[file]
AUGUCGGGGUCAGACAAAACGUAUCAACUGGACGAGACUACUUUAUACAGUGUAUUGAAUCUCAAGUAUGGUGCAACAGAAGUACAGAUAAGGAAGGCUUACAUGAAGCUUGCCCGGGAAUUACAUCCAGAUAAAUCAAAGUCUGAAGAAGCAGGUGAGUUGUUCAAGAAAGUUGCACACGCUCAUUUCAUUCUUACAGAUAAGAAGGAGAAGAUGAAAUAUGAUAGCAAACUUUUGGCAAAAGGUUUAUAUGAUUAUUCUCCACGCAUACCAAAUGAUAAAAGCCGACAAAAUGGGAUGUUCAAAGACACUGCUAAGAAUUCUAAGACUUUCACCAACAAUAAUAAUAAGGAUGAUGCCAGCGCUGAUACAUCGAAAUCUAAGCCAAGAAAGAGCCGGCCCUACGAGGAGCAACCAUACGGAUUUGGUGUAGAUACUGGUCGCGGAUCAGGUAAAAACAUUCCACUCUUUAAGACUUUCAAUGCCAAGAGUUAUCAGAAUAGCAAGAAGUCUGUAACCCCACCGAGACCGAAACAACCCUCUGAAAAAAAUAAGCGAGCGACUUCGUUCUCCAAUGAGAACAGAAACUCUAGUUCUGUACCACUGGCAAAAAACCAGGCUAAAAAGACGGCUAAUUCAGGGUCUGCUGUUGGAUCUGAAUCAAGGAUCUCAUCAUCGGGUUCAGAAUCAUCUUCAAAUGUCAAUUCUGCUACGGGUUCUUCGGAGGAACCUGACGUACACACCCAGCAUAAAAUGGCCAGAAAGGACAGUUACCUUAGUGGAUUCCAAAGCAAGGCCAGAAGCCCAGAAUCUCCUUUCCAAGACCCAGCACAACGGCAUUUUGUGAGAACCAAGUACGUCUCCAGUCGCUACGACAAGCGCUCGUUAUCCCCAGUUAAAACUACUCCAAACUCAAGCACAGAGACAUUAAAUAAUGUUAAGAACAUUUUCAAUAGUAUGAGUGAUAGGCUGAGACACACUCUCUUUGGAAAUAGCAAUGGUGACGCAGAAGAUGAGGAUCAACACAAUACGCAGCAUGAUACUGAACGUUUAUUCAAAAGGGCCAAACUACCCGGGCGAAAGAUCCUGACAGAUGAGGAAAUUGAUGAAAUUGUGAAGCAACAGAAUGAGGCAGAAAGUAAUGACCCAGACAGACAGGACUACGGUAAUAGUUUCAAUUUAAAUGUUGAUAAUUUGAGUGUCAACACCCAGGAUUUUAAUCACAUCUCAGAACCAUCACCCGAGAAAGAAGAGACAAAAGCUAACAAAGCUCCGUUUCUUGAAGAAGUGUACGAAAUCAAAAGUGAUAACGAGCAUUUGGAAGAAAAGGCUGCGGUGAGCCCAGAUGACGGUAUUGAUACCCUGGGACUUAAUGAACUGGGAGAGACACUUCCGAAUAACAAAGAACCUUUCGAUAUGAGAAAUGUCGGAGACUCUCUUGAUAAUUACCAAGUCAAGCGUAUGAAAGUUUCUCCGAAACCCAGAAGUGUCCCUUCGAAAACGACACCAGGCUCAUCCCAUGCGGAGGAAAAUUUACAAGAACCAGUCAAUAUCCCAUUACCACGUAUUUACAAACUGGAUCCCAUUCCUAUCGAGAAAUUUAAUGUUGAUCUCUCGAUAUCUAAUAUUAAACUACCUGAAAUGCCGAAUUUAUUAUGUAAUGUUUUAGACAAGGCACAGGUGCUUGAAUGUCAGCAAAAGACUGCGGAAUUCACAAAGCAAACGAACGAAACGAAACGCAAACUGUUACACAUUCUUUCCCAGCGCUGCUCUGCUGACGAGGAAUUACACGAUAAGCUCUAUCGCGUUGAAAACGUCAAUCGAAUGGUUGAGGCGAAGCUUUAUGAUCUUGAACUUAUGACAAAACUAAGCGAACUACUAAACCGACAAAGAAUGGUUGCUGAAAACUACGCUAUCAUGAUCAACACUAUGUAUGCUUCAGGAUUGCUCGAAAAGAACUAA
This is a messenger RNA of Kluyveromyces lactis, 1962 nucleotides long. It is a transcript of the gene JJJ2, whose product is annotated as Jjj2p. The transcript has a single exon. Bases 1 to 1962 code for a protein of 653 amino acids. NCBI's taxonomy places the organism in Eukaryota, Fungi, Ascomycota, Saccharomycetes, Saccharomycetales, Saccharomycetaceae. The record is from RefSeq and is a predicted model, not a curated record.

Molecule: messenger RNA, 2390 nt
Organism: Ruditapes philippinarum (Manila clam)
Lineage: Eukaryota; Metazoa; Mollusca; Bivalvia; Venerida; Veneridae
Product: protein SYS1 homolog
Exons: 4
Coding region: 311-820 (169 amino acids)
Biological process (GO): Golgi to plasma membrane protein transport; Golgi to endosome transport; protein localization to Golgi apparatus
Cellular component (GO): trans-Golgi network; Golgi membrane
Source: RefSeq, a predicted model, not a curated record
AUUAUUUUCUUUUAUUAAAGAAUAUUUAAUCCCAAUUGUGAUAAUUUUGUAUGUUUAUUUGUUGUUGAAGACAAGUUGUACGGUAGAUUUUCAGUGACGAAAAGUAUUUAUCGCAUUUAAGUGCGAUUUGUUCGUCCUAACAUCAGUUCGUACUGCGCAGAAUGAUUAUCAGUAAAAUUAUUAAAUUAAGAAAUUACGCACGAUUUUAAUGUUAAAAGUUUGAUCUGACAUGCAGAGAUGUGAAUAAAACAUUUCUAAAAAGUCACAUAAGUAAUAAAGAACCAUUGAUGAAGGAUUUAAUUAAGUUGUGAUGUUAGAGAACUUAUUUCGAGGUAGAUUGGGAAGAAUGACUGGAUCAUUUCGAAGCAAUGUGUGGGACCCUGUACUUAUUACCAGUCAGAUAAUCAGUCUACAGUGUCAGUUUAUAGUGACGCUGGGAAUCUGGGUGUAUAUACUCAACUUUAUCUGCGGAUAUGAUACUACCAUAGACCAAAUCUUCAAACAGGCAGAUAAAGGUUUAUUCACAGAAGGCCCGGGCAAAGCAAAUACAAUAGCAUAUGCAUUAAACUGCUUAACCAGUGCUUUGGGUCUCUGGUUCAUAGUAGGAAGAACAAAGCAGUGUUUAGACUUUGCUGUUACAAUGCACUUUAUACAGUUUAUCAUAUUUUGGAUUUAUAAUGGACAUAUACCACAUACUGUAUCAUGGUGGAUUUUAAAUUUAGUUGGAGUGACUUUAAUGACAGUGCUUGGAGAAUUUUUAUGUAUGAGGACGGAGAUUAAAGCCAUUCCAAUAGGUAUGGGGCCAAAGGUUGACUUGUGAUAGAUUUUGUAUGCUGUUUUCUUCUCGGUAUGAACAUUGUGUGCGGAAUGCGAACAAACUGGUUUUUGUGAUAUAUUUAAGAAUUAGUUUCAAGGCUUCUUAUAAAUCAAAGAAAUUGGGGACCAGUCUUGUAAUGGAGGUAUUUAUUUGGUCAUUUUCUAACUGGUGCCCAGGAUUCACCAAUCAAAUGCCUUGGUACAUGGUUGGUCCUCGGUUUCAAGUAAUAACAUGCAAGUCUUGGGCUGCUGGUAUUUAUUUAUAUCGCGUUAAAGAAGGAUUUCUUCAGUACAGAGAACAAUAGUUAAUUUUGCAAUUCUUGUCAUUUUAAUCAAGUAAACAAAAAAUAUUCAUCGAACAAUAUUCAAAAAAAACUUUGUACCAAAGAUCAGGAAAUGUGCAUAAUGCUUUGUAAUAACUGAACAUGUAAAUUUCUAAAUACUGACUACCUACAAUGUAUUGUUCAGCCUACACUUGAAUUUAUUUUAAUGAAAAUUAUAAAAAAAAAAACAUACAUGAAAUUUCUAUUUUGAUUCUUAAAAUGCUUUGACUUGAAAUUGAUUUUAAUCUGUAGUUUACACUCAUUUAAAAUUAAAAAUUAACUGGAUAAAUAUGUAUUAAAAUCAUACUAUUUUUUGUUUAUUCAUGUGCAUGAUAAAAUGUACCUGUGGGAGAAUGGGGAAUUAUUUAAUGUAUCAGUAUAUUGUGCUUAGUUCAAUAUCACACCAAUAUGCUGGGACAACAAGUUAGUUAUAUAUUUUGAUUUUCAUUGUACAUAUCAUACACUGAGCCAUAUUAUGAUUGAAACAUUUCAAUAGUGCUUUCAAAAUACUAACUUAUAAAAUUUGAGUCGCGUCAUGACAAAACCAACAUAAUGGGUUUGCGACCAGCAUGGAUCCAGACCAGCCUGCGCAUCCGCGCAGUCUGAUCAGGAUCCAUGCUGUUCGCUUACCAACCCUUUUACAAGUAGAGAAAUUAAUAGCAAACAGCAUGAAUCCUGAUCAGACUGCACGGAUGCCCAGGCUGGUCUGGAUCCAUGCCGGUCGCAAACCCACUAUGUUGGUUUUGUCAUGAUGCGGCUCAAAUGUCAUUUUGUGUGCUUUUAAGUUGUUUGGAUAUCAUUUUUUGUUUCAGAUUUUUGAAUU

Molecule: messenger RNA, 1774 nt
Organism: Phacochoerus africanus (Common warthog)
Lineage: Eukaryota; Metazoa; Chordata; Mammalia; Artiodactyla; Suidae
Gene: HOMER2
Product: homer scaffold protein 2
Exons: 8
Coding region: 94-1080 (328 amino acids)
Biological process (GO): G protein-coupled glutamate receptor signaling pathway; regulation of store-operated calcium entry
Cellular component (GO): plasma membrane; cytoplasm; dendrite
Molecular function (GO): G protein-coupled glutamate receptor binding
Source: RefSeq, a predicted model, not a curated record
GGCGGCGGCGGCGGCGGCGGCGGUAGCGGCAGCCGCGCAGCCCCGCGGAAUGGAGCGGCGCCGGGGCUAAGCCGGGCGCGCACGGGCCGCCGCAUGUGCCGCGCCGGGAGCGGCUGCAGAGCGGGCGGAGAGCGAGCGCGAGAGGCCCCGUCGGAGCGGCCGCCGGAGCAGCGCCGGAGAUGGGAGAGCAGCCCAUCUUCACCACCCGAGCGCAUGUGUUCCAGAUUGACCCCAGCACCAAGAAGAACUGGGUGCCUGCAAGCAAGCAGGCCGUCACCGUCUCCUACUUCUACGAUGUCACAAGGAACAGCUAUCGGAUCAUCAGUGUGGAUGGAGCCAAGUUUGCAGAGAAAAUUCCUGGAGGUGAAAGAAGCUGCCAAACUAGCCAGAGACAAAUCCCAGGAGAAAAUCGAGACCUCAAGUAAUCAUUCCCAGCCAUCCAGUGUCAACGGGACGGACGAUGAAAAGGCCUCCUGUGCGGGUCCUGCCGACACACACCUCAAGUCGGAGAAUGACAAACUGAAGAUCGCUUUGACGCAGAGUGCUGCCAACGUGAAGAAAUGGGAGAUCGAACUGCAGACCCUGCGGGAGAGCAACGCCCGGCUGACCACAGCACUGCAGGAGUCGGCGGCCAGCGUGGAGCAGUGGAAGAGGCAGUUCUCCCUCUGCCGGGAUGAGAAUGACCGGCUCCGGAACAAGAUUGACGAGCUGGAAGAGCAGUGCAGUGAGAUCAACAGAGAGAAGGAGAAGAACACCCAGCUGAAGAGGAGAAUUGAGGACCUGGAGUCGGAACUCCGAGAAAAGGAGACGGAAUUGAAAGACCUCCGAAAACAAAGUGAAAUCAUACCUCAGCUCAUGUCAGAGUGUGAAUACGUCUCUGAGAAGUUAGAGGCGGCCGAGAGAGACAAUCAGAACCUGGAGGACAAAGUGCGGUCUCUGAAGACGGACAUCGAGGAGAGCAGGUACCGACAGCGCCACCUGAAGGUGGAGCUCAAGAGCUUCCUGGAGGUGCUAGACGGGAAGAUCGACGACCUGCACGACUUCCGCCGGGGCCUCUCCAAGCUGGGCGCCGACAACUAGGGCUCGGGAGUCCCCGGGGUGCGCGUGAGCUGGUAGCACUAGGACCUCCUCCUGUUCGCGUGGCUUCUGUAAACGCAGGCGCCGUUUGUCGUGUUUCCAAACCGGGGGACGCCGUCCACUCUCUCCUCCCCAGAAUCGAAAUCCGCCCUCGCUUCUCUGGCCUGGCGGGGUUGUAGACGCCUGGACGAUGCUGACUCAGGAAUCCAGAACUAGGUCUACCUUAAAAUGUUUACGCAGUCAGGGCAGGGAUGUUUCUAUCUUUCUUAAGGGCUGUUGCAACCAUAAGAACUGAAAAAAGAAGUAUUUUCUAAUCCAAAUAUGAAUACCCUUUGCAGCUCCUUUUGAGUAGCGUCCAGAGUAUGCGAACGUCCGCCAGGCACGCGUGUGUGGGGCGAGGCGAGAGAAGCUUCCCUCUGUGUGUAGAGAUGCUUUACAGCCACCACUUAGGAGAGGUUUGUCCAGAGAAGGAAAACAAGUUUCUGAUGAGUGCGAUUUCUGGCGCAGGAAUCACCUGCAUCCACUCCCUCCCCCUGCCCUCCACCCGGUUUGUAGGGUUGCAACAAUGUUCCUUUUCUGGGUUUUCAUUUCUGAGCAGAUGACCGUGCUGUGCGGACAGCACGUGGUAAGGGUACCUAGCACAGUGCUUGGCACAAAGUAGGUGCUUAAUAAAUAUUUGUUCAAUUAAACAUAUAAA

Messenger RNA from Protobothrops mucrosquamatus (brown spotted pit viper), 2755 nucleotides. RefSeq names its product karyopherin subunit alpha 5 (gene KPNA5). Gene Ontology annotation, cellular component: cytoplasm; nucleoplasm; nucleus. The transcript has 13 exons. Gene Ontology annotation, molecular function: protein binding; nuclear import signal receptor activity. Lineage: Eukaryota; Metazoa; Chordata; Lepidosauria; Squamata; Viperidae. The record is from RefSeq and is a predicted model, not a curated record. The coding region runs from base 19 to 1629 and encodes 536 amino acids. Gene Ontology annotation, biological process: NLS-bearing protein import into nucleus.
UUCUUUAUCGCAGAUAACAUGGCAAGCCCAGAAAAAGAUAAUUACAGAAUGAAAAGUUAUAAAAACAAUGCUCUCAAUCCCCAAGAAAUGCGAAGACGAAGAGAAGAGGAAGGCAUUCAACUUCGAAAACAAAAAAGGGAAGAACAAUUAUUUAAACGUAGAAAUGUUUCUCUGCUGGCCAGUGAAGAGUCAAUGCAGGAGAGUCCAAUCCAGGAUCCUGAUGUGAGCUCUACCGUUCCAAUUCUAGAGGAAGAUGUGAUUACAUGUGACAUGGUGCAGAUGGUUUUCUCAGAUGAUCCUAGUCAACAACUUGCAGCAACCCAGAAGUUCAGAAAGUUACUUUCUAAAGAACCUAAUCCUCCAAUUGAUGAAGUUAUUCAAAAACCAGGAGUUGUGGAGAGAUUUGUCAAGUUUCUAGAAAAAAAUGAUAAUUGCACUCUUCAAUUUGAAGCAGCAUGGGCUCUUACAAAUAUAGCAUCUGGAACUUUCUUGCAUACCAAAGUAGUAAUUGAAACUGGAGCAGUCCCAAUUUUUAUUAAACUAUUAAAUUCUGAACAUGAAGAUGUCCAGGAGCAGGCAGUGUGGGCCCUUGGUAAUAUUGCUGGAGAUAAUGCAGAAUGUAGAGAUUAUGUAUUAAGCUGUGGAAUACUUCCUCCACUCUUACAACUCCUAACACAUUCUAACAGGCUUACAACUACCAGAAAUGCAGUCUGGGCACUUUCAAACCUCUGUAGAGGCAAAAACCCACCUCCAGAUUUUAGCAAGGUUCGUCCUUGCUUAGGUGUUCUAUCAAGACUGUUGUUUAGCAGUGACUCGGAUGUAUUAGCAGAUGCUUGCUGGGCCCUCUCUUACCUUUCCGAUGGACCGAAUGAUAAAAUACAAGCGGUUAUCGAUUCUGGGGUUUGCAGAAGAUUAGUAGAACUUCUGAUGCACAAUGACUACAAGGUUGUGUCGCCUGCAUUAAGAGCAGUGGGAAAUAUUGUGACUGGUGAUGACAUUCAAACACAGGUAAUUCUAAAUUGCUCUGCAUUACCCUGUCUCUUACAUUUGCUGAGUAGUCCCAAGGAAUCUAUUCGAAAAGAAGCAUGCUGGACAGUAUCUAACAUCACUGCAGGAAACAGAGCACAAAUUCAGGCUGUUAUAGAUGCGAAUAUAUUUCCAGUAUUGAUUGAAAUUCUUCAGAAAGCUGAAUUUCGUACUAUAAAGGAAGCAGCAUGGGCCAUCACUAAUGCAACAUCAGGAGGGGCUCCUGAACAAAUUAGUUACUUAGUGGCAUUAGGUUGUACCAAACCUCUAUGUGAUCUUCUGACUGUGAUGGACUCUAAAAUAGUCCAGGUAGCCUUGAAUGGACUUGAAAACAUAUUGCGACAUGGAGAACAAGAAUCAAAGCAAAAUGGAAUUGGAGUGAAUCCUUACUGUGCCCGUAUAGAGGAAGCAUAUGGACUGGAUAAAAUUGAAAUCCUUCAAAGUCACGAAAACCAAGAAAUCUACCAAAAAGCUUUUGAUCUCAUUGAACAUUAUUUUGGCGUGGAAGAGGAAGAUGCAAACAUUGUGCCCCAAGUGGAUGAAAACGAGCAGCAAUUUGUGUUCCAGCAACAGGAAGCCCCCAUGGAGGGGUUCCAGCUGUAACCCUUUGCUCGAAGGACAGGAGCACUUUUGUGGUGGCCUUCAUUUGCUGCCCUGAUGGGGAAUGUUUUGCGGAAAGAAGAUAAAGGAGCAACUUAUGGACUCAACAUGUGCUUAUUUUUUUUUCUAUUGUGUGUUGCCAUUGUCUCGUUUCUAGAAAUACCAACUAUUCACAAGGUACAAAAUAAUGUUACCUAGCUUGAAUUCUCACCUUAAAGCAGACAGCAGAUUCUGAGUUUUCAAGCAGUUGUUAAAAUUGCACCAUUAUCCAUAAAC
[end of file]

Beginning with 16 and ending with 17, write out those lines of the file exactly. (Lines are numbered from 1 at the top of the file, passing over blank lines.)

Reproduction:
Gene: HOMER2
Product: homer scaffold protein 2